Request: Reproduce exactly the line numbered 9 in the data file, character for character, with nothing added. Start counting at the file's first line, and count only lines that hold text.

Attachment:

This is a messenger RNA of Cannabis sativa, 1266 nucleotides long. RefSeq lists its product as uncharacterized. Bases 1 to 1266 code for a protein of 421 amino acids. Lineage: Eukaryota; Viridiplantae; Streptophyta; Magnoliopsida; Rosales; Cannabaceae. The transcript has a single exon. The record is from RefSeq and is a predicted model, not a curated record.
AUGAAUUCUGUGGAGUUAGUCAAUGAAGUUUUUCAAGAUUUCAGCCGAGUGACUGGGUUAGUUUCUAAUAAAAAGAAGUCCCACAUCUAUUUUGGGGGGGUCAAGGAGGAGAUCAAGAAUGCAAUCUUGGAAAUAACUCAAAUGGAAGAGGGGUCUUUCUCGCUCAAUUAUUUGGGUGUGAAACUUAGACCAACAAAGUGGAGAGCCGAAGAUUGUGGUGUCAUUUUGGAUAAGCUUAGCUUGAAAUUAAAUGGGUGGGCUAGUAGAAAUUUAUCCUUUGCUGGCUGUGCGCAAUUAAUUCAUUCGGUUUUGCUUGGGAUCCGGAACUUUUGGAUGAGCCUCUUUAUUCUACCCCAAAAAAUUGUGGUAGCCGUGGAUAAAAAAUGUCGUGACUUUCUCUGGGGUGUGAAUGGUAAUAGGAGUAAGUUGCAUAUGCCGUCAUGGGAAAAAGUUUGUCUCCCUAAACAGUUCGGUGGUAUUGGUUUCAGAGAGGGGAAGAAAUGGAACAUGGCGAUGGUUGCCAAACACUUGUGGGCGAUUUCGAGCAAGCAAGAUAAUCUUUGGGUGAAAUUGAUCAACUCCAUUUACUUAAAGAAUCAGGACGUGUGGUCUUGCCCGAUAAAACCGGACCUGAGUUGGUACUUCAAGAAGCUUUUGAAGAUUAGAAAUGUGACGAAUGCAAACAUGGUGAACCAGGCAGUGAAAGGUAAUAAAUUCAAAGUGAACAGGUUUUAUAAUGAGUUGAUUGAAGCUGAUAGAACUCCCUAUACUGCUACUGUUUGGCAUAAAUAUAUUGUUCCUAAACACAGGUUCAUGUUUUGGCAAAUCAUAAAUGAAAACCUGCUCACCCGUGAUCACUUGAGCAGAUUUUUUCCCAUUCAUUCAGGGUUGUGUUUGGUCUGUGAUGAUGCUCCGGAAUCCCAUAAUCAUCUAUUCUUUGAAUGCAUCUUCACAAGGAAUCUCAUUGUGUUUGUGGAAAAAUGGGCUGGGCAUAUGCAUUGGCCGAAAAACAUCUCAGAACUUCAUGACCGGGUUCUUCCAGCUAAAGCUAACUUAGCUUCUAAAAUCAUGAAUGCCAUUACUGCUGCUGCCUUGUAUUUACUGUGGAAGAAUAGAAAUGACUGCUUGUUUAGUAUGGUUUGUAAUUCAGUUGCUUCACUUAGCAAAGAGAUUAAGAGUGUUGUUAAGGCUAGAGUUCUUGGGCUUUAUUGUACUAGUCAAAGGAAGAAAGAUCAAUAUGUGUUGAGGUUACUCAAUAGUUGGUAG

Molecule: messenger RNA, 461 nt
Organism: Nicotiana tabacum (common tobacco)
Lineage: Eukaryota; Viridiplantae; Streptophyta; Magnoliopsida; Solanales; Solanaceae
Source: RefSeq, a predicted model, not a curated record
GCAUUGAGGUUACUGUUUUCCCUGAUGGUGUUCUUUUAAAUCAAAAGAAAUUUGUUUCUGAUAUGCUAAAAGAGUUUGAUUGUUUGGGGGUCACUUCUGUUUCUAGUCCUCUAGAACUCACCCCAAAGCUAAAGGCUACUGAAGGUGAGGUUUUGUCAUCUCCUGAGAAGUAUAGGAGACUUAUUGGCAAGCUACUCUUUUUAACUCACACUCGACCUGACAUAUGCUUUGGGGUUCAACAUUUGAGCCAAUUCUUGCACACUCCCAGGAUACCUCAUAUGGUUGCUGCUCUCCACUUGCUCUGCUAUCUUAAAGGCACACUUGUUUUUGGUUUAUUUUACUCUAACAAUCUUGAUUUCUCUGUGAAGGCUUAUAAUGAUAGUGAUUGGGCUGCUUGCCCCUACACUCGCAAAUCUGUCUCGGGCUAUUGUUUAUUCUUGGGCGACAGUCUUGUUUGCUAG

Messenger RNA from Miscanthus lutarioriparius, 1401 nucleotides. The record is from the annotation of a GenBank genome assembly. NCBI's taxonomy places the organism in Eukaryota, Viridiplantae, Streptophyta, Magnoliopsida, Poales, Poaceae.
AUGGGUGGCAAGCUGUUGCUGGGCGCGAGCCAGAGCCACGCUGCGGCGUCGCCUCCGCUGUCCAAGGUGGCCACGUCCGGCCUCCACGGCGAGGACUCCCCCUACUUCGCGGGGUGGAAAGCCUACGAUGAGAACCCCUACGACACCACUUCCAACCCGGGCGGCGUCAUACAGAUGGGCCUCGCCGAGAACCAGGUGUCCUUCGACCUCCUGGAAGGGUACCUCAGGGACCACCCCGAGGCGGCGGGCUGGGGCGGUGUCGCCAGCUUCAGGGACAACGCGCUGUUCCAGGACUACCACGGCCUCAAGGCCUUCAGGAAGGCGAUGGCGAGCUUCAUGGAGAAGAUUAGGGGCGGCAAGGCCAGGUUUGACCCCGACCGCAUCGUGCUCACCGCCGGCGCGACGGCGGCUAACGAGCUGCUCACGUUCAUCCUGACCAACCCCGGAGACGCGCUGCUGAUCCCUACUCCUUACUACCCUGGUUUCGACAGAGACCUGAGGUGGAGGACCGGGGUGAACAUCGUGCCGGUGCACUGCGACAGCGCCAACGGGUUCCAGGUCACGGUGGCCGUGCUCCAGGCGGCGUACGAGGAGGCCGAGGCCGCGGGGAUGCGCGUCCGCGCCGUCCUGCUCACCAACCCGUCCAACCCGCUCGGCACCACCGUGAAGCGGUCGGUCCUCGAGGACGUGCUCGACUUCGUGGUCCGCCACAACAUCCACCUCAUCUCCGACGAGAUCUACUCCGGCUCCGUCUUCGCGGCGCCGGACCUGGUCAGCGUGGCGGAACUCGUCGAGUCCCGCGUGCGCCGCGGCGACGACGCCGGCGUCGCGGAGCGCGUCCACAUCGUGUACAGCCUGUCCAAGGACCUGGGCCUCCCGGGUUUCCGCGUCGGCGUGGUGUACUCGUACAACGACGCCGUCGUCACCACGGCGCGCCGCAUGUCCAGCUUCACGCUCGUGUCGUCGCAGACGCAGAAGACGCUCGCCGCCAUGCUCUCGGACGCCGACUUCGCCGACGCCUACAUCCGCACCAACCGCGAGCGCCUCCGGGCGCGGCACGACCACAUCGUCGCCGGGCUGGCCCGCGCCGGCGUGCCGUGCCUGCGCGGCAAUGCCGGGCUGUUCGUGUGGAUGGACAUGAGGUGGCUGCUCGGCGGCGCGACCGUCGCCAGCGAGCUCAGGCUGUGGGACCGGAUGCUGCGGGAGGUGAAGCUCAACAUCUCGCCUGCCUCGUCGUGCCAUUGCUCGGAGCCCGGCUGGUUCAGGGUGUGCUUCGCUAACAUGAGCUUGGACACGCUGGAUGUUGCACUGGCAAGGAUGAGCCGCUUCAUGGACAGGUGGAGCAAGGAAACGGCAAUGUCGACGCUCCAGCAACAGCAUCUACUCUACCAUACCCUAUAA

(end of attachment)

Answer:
AUGGGUGGCAAGCUGUUGCUGGGCGCGAGCCAGAGCCACGCUGCGGCGUCGCCUCCGCUGUCCAAGGUGGCCACGUCCGGCCUCCACGGCGAGGACUCCCCCUACUUCGCGGGGUGGAAAGCCUACGAUGAGAACCCCUACGACACCACUUCCAACCCGGGCGGCGUCAUACAGAUGGGCCUCGCCGAGAACCAGGUGUCCUUCGACCUCCUGGAAGGGUACCUCAGGGACCACCCCGAGGCGGCGGGCUGGGGCGGUGUCGCCAGCUUCAGGGACAACGCGCUGUUCCAGGACUACCACGGCCUCAAGGCCUUCAGGAAGGCGAUGGCGAGCUUCAUGGAGAAGAUUAGGGGCGGCAAGGCCAGGUUUGACCCCGACCGCAUCGUGCUCACCGCCGGCGCGACGGCGGCUAACGAGCUGCUCACGUUCAUCCUGACCAACCCCGGAGACGCGCUGCUGAUCCCUACUCCUUACUACCCUGGUUUCGACAGAGACCUGAGGUGGAGGACCGGGGUGAACAUCGUGCCGGUGCACUGCGACAGCGCCAACGGGUUCCAGGUCACGGUGGCCGUGCUCCAGGCGGCGUACGAGGAGGCCGAGGCCGCGGGGAUGCGCGUCCGCGCCGUCCUGCUCACCAACCCGUCCAACCCGCUCGGCACCACCGUGAAGCGGUCGGUCCUCGAGGACGUGCUCGACUUCGUGGUCCGCCACAACAUCCACCUCAUCUCCGACGAGAUCUACUCCGGCUCCGUCUUCGCGGCGCCGGACCUGGUCAGCGUGGCGGAACUCGUCGAGUCCCGCGUGCGCCGCGGCGACGACGCCGGCGUCGCGGAGCGCGUCCACAUCGUGUACAGCCUGUCCAAGGACCUGGGCCUCCCGGGUUUCCGCGUCGGCGUGGUGUACUCGUACAACGACGCCGUCGUCACCACGGCGCGCCGCAUGUCCAGCUUCACGCUCGUGUCGUCGCAGACGCAGAAGACGCUCGCCGCCAUGCUCUCGGACGCCGACUUCGCCGACGCCUACAUCCGCACCAACCGCGAGCGCCUCCGGGCGCGGCACGACCACAUCGUCGCCGGGCUGGCCCGCGCCGGCGUGCCGUGCCUGCGCGGCAAUGCCGGGCUGUUCGUGUGGAUGGACAUGAGGUGGCUGCUCGGCGGCGCGACCGUCGCCAGCGAGCUCAGGCUGUGGGACCGGAUGCUGCGGGAGGUGAAGCUCAACAUCUCGCCUGCCUCGUCGUGCCAUUGCUCGGAGCCCGGCUGGUUCAGGGUGUGCUUCGCUAACAUGAGCUUGGACACGCUGGAUGUUGCACUGGCAAGGAUGAGCCGCUUCAUGGACAGGUGGAGCAAGGAAACGGCAAUGUCGACGCUCCAGCAACAGCAUCUACUCUACCAUACCCUAUAA